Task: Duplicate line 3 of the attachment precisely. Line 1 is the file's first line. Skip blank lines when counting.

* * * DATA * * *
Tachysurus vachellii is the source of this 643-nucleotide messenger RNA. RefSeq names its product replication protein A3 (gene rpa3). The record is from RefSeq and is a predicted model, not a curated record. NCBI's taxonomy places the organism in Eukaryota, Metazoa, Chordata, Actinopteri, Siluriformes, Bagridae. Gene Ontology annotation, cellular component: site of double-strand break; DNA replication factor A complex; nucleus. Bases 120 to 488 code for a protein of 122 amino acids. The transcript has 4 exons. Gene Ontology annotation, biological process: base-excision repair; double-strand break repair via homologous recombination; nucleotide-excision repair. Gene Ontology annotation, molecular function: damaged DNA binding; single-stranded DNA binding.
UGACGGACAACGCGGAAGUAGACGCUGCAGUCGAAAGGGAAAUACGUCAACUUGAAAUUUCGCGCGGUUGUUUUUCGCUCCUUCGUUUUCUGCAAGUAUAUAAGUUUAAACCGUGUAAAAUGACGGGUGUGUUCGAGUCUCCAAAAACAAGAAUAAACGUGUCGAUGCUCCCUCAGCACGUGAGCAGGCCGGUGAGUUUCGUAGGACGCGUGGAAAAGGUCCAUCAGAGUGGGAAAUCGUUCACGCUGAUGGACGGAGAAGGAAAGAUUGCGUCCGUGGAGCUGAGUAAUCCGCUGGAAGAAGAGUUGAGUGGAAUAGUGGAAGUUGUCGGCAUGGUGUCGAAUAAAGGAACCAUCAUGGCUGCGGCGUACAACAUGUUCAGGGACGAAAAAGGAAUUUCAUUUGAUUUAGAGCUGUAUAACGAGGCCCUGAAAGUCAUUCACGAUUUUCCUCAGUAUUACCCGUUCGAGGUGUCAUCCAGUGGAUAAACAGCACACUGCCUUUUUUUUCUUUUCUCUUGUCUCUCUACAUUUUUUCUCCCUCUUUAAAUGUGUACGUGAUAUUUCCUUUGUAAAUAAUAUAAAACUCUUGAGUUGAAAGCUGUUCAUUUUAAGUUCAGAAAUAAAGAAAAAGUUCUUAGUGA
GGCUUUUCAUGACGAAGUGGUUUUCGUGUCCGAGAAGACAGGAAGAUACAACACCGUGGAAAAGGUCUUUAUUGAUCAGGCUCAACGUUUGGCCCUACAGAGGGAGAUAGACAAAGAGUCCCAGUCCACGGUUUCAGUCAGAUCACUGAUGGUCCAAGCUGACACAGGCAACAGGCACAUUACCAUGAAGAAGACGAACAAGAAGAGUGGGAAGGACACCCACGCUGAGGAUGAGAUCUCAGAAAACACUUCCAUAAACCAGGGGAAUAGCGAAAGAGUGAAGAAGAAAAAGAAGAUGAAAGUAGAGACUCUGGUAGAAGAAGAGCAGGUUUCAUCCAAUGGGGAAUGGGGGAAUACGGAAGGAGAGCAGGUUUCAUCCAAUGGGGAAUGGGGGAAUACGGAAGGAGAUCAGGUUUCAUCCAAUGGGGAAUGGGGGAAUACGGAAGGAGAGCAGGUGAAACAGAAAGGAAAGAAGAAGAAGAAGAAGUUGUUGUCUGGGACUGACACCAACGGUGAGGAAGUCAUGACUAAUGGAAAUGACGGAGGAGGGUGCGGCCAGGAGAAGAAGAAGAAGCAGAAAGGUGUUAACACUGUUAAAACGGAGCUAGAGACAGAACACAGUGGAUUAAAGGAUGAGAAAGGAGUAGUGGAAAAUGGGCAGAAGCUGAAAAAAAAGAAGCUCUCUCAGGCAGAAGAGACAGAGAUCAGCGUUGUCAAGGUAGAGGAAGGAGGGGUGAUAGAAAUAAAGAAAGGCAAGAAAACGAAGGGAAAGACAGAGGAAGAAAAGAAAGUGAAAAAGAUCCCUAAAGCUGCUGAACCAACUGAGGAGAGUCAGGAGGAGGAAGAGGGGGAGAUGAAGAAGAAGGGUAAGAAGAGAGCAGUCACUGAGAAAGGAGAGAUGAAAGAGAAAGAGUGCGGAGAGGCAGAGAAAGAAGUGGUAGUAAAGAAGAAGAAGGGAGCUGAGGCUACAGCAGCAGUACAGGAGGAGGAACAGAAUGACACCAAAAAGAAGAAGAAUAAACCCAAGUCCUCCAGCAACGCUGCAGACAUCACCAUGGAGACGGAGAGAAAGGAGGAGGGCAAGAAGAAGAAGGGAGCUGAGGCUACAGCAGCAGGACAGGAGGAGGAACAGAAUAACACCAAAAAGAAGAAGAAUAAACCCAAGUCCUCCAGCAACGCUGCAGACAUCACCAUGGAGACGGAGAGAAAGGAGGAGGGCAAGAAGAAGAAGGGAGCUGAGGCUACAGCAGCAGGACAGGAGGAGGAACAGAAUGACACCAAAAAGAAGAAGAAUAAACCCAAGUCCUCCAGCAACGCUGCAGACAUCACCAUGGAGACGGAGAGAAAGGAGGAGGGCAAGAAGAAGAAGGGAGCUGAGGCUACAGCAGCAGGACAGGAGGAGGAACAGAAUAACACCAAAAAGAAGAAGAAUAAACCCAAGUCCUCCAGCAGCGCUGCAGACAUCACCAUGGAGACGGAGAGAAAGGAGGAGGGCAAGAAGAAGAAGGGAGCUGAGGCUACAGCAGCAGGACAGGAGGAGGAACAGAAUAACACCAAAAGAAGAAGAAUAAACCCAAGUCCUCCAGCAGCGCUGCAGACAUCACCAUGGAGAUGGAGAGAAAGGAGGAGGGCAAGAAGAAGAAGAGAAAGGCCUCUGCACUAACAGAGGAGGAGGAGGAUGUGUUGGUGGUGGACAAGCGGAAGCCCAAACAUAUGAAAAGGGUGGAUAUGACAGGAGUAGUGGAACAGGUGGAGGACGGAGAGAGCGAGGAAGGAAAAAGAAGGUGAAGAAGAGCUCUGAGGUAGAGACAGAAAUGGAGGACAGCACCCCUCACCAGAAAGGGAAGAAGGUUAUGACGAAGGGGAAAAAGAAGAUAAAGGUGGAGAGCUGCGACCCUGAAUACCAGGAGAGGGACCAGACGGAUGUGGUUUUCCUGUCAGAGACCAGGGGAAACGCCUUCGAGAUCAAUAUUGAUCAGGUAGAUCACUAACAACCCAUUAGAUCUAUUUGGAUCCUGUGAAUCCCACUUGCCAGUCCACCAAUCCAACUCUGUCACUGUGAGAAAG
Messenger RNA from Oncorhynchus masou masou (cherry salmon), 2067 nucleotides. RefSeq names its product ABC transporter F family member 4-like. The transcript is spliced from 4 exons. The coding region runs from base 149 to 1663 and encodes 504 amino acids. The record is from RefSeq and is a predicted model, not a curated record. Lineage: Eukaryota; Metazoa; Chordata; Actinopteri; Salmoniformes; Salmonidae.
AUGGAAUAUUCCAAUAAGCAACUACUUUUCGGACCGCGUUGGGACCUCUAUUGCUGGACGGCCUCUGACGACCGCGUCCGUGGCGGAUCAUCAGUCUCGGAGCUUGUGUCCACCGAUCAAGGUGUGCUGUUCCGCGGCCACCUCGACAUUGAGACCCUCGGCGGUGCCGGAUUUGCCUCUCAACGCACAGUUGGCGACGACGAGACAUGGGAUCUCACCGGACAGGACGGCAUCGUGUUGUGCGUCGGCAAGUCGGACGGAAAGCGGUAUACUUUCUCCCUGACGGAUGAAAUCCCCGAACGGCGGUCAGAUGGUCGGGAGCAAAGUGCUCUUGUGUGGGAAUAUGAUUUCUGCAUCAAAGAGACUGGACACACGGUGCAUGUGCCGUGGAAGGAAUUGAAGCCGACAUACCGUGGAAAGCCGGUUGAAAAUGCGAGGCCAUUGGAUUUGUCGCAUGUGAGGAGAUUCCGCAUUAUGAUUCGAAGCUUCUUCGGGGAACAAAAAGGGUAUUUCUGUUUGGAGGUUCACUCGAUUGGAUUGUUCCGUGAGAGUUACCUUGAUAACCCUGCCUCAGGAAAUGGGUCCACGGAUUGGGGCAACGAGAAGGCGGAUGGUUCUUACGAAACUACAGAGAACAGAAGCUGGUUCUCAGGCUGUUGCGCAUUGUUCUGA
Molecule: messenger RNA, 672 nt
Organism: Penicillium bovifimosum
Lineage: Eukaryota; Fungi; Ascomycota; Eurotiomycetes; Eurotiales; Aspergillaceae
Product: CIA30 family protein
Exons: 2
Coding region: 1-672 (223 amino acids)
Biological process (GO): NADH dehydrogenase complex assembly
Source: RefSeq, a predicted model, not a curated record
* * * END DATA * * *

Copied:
GGCUUUUCAUGACGAAGUGGUUUUCGUGUCCGAGAAGACAGGAAGAUACAACACCGUGGAAAAGGUCUUUAUUGAUCAGGCUCAACGUUUGGCCCUACAGAGGGAGAUAGACAAAGAGUCCCAGUCCACGGUUUCAGUCAGAUCACUGAUGGUCCAAGCUGACACAGGCAACAGGCACAUUACCAUGAAGAAGACGAACAAGAAGAGUGGGAAGGACACCCACGCUGAGGAUGAGAUCUCAGAAAACACUUCCAUAAACCAGGGGAAUAGCGAAAGAGUGAAGAAGAAAAAGAAGAUGAAAGUAGAGACUCUGGUAGAAGAAGAGCAGGUUUCAUCCAAUGGGGAAUGGGGGAAUACGGAAGGAGAGCAGGUUUCAUCCAAUGGGGAAUGGGGGAAUACGGAAGGAGAUCAGGUUUCAUCCAAUGGGGAAUGGGGGAAUACGGAAGGAGAGCAGGUGAAACAGAAAGGAAAGAAGAAGAAGAAGAAGUUGUUGUCUGGGACUGACACCAACGGUGAGGAAGUCAUGACUAAUGGAAAUGACGGAGGAGGGUGCGGCCAGGAGAAGAAGAAGAAGCAGAAAGGUGUUAACACUGUUAAAACGGAGCUAGAGACAGAACACAGUGGAUUAAAGGAUGAGAAAGGAGUAGUGGAAAAUGGGCAGAAGCUGAAAAAAAAGAAGCUCUCUCAGGCAGAAGAGACAGAGAUCAGCGUUGUCAAGGUAGAGGAAGGAGGGGUGAUAGAAAUAAAGAAAGGCAAGAAAACGAAGGGAAAGACAGAGGAAGAAAAGAAAGUGAAAAAGAUCCCUAAAGCUGCUGAACCAACUGAGGAGAGUCAGGAGGAGGAAGAGGGGGAGAUGAAGAAGAAGGGUAAGAAGAGAGCAGUCACUGAGAAAGGAGAGAUGAAAGAGAAAGAGUGCGGAGAGGCAGAGAAAGAAGUGGUAGUAAAGAAGAAGAAGGGAGCUGAGGCUACAGCAGCAGUACAGGAGGAGGAACAGAAUGACACCAAAAAGAAGAAGAAUAAACCCAAGUCCUCCAGCAACGCUGCAGACAUCACCAUGGAGACGGAGAGAAAGGAGGAGGGCAAGAAGAAGAAGGGAGCUGAGGCUACAGCAGCAGGACAGGAGGAGGAACAGAAUAACACCAAAAAGAAGAAGAAUAAACCCAAGUCCUCCAGCAACGCUGCAGACAUCACCAUGGAGACGGAGAGAAAGGAGGAGGGCAAGAAGAAGAAGGGAGCUGAGGCUACAGCAGCAGGACAGGAGGAGGAACAGAAUGACACCAAAAAGAAGAAGAAUAAACCCAAGUCCUCCAGCAACGCUGCAGACAUCACCAUGGAGACGGAGAGAAAGGAGGAGGGCAAGAAGAAGAAGGGAGCUGAGGCUACAGCAGCAGGACAGGAGGAGGAACAGAAUAACACCAAAAAGAAGAAGAAUAAACCCAAGUCCUCCAGCAGCGCUGCAGACAUCACCAUGGAGACGGAGAGAAAGGAGGAGGGCAAGAAGAAGAAGGGAGCUGAGGCUACAGCAGCAGGACAGGAGGAGGAACAGAAUAACACCAAAAGAAGAAGAAUAAACCCAAGUCCUCCAGCAGCGCUGCAGACAUCACCAUGGAGAUGGAGAGAAAGGAGGAGGGCAAGAAGAAGAAGAGAAAGGCCUCUGCACUAACAGAGGAGGAGGAGGAUGUGUUGGUGGUGGACAAGCGGAAGCCCAAACAUAUGAAAAGGGUGGAUAUGACAGGAGUAGUGGAACAGGUGGAGGACGGAGAGAGCGAGGAAGGAAAAAGAAGGUGAAGAAGAGCUCUGAGGUAGAGACAGAAAUGGAGGACAGCACCCCUCACCAGAAAGGGAAGAAGGUUAUGACGAAGGGGAAAAAGAAGAUAAAGGUGGAGAGCUGCGACCCUGAAUACCAGGAGAGGGACCAGACGGAUGUGGUUUUCCUGUCAGAGACCAGGGGAAACGCCUUCGAGAUCAAUAUUGAUCAGGUAGAUCACUAACAACCCAUUAGAUCUAUUUGGAUCCUGUGAAUCCCACUUGCCAGUCCACCAAUCCAACUCUGUCACUGUGAGAAAG